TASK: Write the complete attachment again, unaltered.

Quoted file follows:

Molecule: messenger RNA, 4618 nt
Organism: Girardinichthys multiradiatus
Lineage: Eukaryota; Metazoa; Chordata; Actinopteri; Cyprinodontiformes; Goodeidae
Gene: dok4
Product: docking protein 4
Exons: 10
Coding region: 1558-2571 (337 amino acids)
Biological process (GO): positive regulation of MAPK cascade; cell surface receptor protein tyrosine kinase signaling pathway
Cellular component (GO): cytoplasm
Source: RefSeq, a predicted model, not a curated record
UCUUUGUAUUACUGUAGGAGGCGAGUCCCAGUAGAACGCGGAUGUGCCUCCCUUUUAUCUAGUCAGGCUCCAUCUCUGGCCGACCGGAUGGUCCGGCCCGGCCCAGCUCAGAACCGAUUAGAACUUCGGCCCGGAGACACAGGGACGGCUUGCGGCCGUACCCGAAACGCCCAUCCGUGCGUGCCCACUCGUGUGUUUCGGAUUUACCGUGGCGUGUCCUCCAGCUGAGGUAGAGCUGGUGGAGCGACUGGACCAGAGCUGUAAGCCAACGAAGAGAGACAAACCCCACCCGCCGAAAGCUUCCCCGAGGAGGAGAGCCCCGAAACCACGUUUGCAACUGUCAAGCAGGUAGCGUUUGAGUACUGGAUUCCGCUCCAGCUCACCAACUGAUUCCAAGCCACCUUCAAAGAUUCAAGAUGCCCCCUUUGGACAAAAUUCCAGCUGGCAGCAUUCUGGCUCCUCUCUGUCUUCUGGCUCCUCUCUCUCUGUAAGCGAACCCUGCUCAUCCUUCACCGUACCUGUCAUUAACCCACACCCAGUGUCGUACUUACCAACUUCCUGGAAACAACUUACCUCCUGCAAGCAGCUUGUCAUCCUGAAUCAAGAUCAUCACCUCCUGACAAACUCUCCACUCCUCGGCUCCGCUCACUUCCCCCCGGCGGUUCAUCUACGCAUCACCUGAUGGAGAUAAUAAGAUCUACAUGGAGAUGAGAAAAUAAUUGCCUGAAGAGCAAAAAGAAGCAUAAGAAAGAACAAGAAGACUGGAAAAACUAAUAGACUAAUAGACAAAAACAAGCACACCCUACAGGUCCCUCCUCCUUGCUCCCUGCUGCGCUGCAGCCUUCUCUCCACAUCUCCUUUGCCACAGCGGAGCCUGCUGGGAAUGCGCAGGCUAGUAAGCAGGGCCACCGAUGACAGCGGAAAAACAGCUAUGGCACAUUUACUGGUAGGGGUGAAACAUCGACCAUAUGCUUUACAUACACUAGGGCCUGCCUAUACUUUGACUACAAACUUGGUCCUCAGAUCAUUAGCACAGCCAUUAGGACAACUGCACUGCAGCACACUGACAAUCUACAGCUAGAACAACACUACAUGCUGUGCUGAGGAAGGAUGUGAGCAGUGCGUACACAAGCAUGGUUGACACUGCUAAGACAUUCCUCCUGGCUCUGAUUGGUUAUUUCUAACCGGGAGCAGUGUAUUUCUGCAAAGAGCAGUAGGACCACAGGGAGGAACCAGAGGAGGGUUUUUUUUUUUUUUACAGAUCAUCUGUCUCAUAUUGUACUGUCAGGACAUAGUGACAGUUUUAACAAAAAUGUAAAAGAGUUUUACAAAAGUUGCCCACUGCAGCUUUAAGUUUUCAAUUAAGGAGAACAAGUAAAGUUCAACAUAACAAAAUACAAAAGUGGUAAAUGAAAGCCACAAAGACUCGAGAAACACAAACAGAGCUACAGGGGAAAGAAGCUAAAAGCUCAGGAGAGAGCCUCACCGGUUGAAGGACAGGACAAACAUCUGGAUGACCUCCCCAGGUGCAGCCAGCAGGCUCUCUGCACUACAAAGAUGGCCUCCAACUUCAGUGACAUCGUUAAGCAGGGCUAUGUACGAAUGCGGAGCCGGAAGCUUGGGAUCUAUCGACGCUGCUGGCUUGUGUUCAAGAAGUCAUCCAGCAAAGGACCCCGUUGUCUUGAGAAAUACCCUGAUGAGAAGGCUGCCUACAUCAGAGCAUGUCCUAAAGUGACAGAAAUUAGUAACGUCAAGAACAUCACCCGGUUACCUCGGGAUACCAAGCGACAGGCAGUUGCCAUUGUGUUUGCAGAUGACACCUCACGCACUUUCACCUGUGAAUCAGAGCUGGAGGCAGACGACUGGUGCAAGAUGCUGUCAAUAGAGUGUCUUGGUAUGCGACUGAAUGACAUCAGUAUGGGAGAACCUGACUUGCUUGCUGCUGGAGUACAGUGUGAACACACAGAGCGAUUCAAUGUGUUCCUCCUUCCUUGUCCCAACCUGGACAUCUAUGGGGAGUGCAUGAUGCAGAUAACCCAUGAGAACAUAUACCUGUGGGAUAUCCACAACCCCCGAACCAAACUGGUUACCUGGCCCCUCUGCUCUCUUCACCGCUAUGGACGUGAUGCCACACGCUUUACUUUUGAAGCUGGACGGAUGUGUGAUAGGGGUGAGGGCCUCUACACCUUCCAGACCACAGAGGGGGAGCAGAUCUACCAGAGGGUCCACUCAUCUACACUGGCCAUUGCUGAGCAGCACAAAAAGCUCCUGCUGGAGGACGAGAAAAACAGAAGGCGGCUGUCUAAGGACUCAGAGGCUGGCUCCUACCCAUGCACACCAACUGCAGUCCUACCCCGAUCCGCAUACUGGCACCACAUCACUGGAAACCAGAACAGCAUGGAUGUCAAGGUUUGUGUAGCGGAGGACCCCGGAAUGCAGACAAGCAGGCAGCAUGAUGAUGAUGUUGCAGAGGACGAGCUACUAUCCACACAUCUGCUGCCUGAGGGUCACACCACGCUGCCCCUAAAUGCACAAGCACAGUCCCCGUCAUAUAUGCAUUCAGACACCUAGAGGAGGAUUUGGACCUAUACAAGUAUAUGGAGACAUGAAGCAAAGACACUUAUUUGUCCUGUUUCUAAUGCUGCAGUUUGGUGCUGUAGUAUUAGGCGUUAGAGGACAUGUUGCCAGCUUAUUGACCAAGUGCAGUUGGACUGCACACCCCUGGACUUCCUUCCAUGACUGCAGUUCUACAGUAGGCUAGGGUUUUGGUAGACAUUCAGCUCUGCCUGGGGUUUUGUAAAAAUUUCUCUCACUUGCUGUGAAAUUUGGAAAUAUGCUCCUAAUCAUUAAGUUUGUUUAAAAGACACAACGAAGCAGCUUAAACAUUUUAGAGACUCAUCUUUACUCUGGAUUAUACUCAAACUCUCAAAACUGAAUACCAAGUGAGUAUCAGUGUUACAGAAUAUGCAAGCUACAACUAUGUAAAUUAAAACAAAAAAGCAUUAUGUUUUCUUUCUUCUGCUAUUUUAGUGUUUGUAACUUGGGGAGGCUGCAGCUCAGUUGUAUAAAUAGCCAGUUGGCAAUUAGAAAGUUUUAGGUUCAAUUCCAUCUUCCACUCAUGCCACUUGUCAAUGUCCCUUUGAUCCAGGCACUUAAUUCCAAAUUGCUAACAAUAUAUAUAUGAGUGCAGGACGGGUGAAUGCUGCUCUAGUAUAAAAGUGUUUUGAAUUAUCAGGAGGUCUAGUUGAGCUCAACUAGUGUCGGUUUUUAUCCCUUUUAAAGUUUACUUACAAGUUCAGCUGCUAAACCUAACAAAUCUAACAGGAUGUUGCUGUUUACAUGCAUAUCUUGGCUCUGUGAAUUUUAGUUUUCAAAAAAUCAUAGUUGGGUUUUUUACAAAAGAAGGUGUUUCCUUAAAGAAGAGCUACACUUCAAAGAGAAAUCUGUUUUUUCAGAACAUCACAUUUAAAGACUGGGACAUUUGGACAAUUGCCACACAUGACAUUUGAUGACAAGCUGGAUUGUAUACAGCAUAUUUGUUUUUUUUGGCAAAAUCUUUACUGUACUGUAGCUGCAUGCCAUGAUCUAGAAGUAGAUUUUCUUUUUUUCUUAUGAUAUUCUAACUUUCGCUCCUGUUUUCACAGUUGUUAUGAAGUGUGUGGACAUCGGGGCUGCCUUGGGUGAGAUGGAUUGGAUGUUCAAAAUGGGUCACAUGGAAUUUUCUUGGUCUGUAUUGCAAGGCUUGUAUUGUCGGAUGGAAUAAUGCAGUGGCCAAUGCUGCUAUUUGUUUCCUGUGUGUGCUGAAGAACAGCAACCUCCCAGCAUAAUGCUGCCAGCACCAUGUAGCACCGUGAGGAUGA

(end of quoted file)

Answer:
Molecule: messenger RNA, 4618 nt
Organism: Girardinichthys multiradiatus
Lineage: Eukaryota; Metazoa; Chordata; Actinopteri; Cyprinodontiformes; Goodeidae
Gene: dok4
Product: docking protein 4
Exons: 10
Coding region: 1558-2571 (337 amino acids)
Biological process (GO): positive regulation of MAPK cascade; cell surface receptor protein tyrosine kinase signaling pathway
Cellular component (GO): cytoplasm
Source: RefSeq, a predicted model, not a curated record
UCUUUGUAUUACUGUAGGAGGCGAGUCCCAGUAGAACGCGGAUGUGCCUCCCUUUUAUCUAGUCAGGCUCCAUCUCUGGCCGACCGGAUGGUCCGGCCCGGCCCAGCUCAGAACCGAUUAGAACUUCGGCCCGGAGACACAGGGACGGCUUGCGGCCGUACCCGAAACGCCCAUCCGUGCGUGCCCACUCGUGUGUUUCGGAUUUACCGUGGCGUGUCCUCCAGCUGAGGUAGAGCUGGUGGAGCGACUGGACCAGAGCUGUAAGCCAACGAAGAGAGACAAACCCCACCCGCCGAAAGCUUCCCCGAGGAGGAGAGCCCCGAAACCACGUUUGCAACUGUCAAGCAGGUAGCGUUUGAGUACUGGAUUCCGCUCCAGCUCACCAACUGAUUCCAAGCCACCUUCAAAGAUUCAAGAUGCCCCCUUUGGACAAAAUUCCAGCUGGCAGCAUUCUGGCUCCUCUCUGUCUUCUGGCUCCUCUCUCUCUGUAAGCGAACCCUGCUCAUCCUUCACCGUACCUGUCAUUAACCCACACCCAGUGUCGUACUUACCAACUUCCUGGAAACAACUUACCUCCUGCAAGCAGCUUGUCAUCCUGAAUCAAGAUCAUCACCUCCUGACAAACUCUCCACUCCUCGGCUCCGCUCACUUCCCCCCGGCGGUUCAUCUACGCAUCACCUGAUGGAGAUAAUAAGAUCUACAUGGAGAUGAGAAAAUAAUUGCCUGAAGAGCAAAAAGAAGCAUAAGAAAGAACAAGAAGACUGGAAAAACUAAUAGACUAAUAGACAAAAACAAGCACACCCUACAGGUCCCUCCUCCUUGCUCCCUGCUGCGCUGCAGCCUUCUCUCCACAUCUCCUUUGCCACAGCGGAGCCUGCUGGGAAUGCGCAGGCUAGUAAGCAGGGCCACCGAUGACAGCGGAAAAACAGCUAUGGCACAUUUACUGGUAGGGGUGAAACAUCGACCAUAUGCUUUACAUACACUAGGGCCUGCCUAUACUUUGACUACAAACUUGGUCCUCAGAUCAUUAGCACAGCCAUUAGGACAACUGCACUGCAGCACACUGACAAUCUACAGCUAGAACAACACUACAUGCUGUGCUGAGGAAGGAUGUGAGCAGUGCGUACACAAGCAUGGUUGACACUGCUAAGACAUUCCUCCUGGCUCUGAUUGGUUAUUUCUAACCGGGAGCAGUGUAUUUCUGCAAAGAGCAGUAGGACCACAGGGAGGAACCAGAGGAGGGUUUUUUUUUUUUUUACAGAUCAUCUGUCUCAUAUUGUACUGUCAGGACAUAGUGACAGUUUUAACAAAAAUGUAAAAGAGUUUUACAAAAGUUGCCCACUGCAGCUUUAAGUUUUCAAUUAAGGAGAACAAGUAAAGUUCAACAUAACAAAAUACAAAAGUGGUAAAUGAAAGCCACAAAGACUCGAGAAACACAAACAGAGCUACAGGGGAAAGAAGCUAAAAGCUCAGGAGAGAGCCUCACCGGUUGAAGGACAGGACAAACAUCUGGAUGACCUCCCCAGGUGCAGCCAGCAGGCUCUCUGCACUACAAAGAUGGCCUCCAACUUCAGUGACAUCGUUAAGCAGGGCUAUGUACGAAUGCGGAGCCGGAAGCUUGGGAUCUAUCGACGCUGCUGGCUUGUGUUCAAGAAGUCAUCCAGCAAAGGACCCCGUUGUCUUGAGAAAUACCCUGAUGAGAAGGCUGCCUACAUCAGAGCAUGUCCUAAAGUGACAGAAAUUAGUAACGUCAAGAACAUCACCCGGUUACCUCGGGAUACCAAGCGACAGGCAGUUGCCAUUGUGUUUGCAGAUGACACCUCACGCACUUUCACCUGUGAAUCAGAGCUGGAGGCAGACGACUGGUGCAAGAUGCUGUCAAUAGAGUGUCUUGGUAUGCGACUGAAUGACAUCAGUAUGGGAGAACCUGACUUGCUUGCUGCUGGAGUACAGUGUGAACACACAGAGCGAUUCAAUGUGUUCCUCCUUCCUUGUCCCAACCUGGACAUCUAUGGGGAGUGCAUGAUGCAGAUAACCCAUGAGAACAUAUACCUGUGGGAUAUCCACAACCCCCGAACCAAACUGGUUACCUGGCCCCUCUGCUCUCUUCACCGCUAUGGACGUGAUGCCACACGCUUUACUUUUGAAGCUGGACGGAUGUGUGAUAGGGGUGAGGGCCUCUACACCUUCCAGACCACAGAGGGGGAGCAGAUCUACCAGAGGGUCCACUCAUCUACACUGGCCAUUGCUGAGCAGCACAAAAAGCUCCUGCUGGAGGACGAGAAAAACAGAAGGCGGCUGUCUAAGGACUCAGAGGCUGGCUCCUACCCAUGCACACCAACUGCAGUCCUACCCCGAUCCGCAUACUGGCACCACAUCACUGGAAACCAGAACAGCAUGGAUGUCAAGGUUUGUGUAGCGGAGGACCCCGGAAUGCAGACAAGCAGGCAGCAUGAUGAUGAUGUUGCAGAGGACGAGCUACUAUCCACACAUCUGCUGCCUGAGGGUCACACCACGCUGCCCCUAAAUGCACAAGCACAGUCCCCGUCAUAUAUGCAUUCAGACACCUAGAGGAGGAUUUGGACCUAUACAAGUAUAUGGAGACAUGAAGCAAAGACACUUAUUUGUCCUGUUUCUAAUGCUGCAGUUUGGUGCUGUAGUAUUAGGCGUUAGAGGACAUGUUGCCAGCUUAUUGACCAAGUGCAGUUGGACUGCACACCCCUGGACUUCCUUCCAUGACUGCAGUUCUACAGUAGGCUAGGGUUUUGGUAGACAUUCAGCUCUGCCUGGGGUUUUGUAAAAAUUUCUCUCACUUGCUGUGAAAUUUGGAAAUAUGCUCCUAAUCAUUAAGUUUGUUUAAAAGACACAACGAAGCAGCUUAAACAUUUUAGAGACUCAUCUUUACUCUGGAUUAUACUCAAACUCUCAAAACUGAAUACCAAGUGAGUAUCAGUGUUACAGAAUAUGCAAGCUACAACUAUGUAAAUUAAAACAAAAAAGCAUUAUGUUUUCUUUCUUCUGCUAUUUUAGUGUUUGUAACUUGGGGAGGCUGCAGCUCAGUUGUAUAAAUAGCCAGUUGGCAAUUAGAAAGUUUUAGGUUCAAUUCCAUCUUCCACUCAUGCCACUUGUCAAUGUCCCUUUGAUCCAGGCACUUAAUUCCAAAUUGCUAACAAUAUAUAUAUGAGUGCAGGACGGGUGAAUGCUGCUCUAGUAUAAAAGUGUUUUGAAUUAUCAGGAGGUCUAGUUGAGCUCAACUAGUGUCGGUUUUUAUCCCUUUUAAAGUUUACUUACAAGUUCAGCUGCUAAACCUAACAAAUCUAACAGGAUGUUGCUGUUUACAUGCAUAUCUUGGCUCUGUGAAUUUUAGUUUUCAAAAAAUCAUAGUUGGGUUUUUUACAAAAGAAGGUGUUUCCUUAAAGAAGAGCUACACUUCAAAGAGAAAUCUGUUUUUUCAGAACAUCACAUUUAAAGACUGGGACAUUUGGACAAUUGCCACACAUGACAUUUGAUGACAAGCUGGAUUGUAUACAGCAUAUUUGUUUUUUUUGGCAAAAUCUUUACUGUACUGUAGCUGCAUGCCAUGAUCUAGAAGUAGAUUUUCUUUUUUUCUUAUGAUAUUCUAACUUUCGCUCCUGUUUUCACAGUUGUUAUGAAGUGUGUGGACAUCGGGGCUGCCUUGGGUGAGAUGGAUUGGAUGUUCAAAAUGGGUCACAUGGAAUUUUCUUGGUCUGUAUUGCAAGGCUUGUAUUGUCGGAUGGAAUAAUGCAGUGGCCAAUGCUGCUAUUUGUUUCCUGUGUGUGCUGAAGAACAGCAACCUCCCAGCAUAAUGCUGCCAGCACCAUGUAGCACCGUGAGGAUGA